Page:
Ecotourism Haven: South Korea Opened DMZ to Tourists

Andrew J. Wein - Jul 11, 2016
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Cheorwon, 88 kilometers away from Seoul, is a northeast border county not frequently visited by domestic or foreign tourists thanks to the prevailing tensions between the North and South Koreas. However, South Korea has been taking steps to create a niche of its own and create an ecotourism haven right there where no one dares to come.

In May 2016, the Cheorwon county authorities together with environment and national defense ministries opened an ecotourism park along the southern part of the Demilitarized Zone (DMZ), the four-kilometer-wide buffer zone bisecting the peninsula since the Korean War ended in 1953. The site named DMZ Eco Peace Park was officially launched on May 21 and is home to some rare types of flora and fauna as access to the civilians was banned for the last 60 years.

The first group of foreigners to visit the DMZ Eco Peace Park consisted of 32 business and government officials from 10 ASEAN countries who attended a three-day ecotourism workshop conducted by the intergovernmental ASEAN-Korea Center located in Seoul. Malaysia's deputy minister Mas Ermieyati said that DMZ Eco Peace Park provides a unique experience to visitors. Though the group of visitors had to pass many soldiers, barbed wire fences, and mine warning signs, the park was both quiet and peaceful.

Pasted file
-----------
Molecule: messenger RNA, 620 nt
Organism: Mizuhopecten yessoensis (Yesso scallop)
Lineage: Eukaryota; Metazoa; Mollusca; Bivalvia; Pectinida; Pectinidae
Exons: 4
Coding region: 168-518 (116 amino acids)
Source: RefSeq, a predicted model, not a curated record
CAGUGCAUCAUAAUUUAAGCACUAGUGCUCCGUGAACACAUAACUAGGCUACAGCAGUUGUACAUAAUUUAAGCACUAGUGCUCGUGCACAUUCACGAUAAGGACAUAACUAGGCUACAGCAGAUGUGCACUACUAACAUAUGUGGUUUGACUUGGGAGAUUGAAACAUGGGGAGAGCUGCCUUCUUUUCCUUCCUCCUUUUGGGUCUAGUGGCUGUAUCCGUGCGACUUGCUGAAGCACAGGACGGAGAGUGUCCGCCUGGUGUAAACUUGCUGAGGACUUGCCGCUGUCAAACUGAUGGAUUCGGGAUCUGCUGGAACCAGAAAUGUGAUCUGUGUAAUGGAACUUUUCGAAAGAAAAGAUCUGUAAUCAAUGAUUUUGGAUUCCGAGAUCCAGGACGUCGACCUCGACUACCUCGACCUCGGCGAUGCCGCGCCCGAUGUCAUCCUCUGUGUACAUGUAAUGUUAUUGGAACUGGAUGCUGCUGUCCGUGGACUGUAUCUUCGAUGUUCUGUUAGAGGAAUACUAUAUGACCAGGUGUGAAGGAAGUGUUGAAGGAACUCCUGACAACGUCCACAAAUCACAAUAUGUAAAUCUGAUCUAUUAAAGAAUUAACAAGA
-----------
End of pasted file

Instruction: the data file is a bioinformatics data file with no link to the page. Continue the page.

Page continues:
The eco park has a wooden footbridge, which dates back to the Korean War days. The twisted and scanty footbridge with missing boards served as the drying rack for birds. A dilapidated rail bridge which serviced Mount Kumgang bound trains until about 70 years back is another attraction in the park. According to reports, the ecosystem in DMZ came back to its current status 60 years after the Korean War ended and it would take another 40 years for it to recover to the pre-war state.

A 40-minute drive takes visitors to a small village inhabited by only 360 residents. The Durumi Peace Eco Village has developed its own niche as far as the ecotourism industry is concerned. The village generates income through the sale of agricultural goods and by providing hands-on experience of making rice cakes from scratch.

According to the officials managing the ecotourism program of the village, the income from the sale in 2015 was approximately 300 million won (or US$257,000), up 100 million won compared to the previous year. An additional 200 million won was generated by way of accommodation fees. This in turn has led to the construction of another boarding house.

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